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STATES will lose $1.5 billion worth of rail infrastructure savings within five years of losing control of 1800MHz spectrum licences if they're auctioned to carriers, the federal government has been told.
Melbourne and Sydney's passenger rail networks could also lose $400,000 an hour in potential benefits from more frequent urban train services, according to the report that Deloitte Access Economics prepared for the Australasian Railway Association.
The report also identified a huge lost opportunity to derive social benefits from reduced congestion and pollution if the licences are re-farmed.
The ARA bought the licences from One.Tel liquidators for less than $20m in the late 90s and over the past 10 years it has invested $500m in a new unified national rail safety and signalling system that relies on them.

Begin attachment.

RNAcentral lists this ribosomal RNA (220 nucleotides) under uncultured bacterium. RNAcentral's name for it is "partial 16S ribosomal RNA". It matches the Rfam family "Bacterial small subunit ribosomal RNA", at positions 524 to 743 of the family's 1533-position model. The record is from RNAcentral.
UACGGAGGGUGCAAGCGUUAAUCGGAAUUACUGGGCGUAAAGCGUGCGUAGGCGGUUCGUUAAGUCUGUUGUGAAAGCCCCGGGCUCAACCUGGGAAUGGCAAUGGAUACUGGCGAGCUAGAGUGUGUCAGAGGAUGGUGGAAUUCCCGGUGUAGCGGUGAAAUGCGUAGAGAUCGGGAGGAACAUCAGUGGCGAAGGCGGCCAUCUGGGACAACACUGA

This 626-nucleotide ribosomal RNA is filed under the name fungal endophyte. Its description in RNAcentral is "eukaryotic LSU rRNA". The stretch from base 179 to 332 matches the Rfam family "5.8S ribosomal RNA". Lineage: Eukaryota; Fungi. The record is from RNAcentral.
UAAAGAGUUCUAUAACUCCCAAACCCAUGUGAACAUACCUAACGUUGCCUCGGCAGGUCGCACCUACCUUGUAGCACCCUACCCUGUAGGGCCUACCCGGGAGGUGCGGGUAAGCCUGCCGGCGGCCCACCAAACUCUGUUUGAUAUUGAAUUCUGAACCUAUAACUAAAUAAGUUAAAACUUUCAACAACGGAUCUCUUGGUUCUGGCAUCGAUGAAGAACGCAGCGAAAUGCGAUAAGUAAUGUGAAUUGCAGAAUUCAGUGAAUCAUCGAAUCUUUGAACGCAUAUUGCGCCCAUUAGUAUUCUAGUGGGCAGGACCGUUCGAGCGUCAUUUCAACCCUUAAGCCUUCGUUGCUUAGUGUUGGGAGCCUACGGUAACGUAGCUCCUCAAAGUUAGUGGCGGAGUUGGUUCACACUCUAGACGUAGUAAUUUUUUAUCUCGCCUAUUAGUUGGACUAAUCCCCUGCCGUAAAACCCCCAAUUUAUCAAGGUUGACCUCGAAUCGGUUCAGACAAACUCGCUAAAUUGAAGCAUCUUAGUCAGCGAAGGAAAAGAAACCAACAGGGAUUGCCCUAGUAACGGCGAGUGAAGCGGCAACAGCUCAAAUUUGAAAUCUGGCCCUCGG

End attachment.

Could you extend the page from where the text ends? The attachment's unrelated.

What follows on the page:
But the communication regulator is under pressure from carriers starved of mobile broadband spectrum to re-auction the licences. They give access to a band earmarked by international telecommunications standards bodies for next generation LTE services and could fetch more than $1bn at auction.
The report was part of a submission the ARA lodged with Communications Minister Stephen Conroy two weeks ago in a bid to guarantee state rail stakeholders access to the licences.
ARA chief Bryan Nye said rail authorities had "no fallback option" and would go backwards 10 years if they weren't guaranteed access to the licences.
In its submission, the ARA repeated its call for Senator Conroy to sell the licence to railways "at a reasonable cost".
The ARA met with staff of the Department of Broadband and the Digital Economy and Senator Conroy yesterday to discuss the submission. A spokesman for Senator Conroy said that the DBCDE was still working through the report.
The ARA claims the licences are key to replacing outdated manual safety and signalling processes with a national unified wireless system called GSM-R.
But it is understood the DBCDE wants the Australian Communications and Media Authority to re-auction the licences after they start expiring in 2013, and favours a model under which rail authorities would buy services from carriers.
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